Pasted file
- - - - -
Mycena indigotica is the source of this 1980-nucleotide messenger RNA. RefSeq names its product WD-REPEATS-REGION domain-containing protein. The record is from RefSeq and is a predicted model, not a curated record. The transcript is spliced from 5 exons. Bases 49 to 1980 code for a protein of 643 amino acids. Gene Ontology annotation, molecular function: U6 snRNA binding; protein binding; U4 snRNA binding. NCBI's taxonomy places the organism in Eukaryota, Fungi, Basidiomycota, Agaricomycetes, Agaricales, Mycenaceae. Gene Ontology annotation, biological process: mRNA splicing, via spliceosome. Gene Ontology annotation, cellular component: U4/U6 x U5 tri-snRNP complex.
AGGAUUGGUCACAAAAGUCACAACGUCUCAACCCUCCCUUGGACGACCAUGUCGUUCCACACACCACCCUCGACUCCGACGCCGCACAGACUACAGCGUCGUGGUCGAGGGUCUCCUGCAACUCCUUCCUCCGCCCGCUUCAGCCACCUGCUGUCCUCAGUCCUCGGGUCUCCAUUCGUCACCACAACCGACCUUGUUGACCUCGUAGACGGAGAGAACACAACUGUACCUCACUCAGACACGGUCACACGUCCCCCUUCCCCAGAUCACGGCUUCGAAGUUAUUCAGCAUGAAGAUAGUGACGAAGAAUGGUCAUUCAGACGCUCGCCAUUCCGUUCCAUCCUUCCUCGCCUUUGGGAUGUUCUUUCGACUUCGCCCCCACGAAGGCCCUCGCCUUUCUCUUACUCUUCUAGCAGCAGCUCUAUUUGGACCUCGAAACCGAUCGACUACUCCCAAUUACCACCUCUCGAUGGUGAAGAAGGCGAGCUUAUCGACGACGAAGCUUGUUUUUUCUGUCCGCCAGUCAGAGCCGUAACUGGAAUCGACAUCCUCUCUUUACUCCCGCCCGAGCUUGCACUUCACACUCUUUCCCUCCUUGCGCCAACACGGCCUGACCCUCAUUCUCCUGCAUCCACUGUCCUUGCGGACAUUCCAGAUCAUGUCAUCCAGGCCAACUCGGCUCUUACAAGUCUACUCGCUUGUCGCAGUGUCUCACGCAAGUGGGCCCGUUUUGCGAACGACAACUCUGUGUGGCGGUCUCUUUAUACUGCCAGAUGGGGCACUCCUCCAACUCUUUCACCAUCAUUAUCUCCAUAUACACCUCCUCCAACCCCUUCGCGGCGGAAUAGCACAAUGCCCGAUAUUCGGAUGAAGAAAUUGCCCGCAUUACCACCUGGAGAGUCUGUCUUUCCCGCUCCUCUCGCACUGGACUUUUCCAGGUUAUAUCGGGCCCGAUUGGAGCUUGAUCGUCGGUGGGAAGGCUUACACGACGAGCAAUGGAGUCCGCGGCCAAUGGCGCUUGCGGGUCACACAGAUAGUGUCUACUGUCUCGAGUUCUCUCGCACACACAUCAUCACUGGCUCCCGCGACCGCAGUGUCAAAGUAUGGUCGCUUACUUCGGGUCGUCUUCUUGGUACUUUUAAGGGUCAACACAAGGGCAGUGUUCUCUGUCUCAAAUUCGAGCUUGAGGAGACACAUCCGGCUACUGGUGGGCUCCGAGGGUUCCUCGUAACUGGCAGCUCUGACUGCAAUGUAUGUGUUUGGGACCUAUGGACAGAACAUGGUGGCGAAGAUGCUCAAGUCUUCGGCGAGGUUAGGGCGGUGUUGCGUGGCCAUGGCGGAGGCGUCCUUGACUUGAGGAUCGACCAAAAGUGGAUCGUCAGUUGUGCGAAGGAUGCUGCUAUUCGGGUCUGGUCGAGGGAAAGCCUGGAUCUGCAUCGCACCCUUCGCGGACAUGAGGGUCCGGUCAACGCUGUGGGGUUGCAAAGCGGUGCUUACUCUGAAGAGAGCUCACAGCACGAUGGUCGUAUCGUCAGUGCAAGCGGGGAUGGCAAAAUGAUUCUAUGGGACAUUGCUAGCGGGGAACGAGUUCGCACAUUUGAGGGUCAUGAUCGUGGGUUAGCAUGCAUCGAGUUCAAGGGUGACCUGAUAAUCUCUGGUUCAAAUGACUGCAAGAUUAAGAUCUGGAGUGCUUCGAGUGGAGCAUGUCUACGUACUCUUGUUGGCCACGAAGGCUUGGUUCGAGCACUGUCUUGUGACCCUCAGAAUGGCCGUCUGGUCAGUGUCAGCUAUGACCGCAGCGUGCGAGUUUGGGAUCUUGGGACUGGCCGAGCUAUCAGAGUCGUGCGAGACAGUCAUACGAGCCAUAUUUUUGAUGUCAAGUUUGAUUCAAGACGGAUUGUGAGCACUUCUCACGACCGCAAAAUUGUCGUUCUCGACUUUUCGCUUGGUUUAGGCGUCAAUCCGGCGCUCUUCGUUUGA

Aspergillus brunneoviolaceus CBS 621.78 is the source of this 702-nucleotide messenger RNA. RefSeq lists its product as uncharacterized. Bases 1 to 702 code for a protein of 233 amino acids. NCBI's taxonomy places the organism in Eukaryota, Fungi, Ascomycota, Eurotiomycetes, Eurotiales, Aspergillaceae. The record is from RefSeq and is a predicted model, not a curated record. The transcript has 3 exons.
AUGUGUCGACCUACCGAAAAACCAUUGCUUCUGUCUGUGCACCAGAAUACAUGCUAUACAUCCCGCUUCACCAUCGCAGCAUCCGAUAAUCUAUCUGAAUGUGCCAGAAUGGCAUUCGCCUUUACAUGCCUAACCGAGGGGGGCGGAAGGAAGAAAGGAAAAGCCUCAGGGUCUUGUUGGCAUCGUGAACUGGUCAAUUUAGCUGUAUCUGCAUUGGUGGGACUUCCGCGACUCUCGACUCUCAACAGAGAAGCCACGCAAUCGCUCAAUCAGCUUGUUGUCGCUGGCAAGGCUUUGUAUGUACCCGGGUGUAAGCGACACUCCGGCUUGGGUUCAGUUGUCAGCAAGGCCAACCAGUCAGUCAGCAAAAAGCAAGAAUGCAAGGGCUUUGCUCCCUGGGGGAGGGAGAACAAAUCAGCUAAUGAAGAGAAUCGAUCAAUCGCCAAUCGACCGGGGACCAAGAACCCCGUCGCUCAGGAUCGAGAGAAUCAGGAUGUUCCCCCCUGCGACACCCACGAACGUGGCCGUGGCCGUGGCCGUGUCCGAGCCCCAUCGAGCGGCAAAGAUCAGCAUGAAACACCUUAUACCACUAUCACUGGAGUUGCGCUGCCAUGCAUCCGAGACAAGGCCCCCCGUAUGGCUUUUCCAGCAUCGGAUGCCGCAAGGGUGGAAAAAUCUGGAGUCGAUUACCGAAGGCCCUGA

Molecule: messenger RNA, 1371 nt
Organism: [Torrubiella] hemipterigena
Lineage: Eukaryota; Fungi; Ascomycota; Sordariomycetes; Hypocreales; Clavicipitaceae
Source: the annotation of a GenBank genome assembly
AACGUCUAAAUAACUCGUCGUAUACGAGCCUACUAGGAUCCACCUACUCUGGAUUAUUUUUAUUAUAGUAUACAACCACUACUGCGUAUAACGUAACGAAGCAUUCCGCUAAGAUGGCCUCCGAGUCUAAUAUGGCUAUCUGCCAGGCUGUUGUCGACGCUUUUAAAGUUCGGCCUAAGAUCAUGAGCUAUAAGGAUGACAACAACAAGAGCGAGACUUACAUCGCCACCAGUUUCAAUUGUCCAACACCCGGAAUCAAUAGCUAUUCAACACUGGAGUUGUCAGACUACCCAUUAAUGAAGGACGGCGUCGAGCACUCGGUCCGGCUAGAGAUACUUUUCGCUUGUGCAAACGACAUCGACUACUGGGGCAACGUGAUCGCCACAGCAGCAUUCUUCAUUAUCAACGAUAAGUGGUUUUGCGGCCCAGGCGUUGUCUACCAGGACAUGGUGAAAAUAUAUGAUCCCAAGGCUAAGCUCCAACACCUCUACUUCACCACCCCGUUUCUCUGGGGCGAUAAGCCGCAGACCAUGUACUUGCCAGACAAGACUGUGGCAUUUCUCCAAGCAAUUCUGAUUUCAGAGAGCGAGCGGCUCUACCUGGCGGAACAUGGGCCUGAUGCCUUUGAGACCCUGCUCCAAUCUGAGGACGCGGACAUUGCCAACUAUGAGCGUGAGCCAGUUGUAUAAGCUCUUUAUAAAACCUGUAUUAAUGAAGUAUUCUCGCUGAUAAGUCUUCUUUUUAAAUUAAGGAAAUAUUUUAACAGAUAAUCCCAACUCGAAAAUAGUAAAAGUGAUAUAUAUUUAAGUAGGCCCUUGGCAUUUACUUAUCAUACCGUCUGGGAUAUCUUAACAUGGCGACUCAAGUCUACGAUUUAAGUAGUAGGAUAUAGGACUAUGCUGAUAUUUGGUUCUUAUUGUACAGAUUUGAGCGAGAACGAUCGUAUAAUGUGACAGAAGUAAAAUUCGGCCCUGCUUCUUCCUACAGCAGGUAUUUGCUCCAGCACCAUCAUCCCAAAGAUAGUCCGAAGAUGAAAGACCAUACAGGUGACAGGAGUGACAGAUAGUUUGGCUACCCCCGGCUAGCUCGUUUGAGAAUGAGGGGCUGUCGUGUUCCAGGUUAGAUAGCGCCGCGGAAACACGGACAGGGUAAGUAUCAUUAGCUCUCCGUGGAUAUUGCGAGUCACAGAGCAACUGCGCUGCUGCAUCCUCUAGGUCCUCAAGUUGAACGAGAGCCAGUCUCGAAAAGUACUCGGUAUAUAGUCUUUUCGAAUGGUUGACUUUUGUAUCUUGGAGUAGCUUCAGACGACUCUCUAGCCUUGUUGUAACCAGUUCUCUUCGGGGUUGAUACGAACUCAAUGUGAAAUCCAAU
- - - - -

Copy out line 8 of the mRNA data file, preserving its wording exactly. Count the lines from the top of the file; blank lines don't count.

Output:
Source: the annotation of a GenBank genome assembly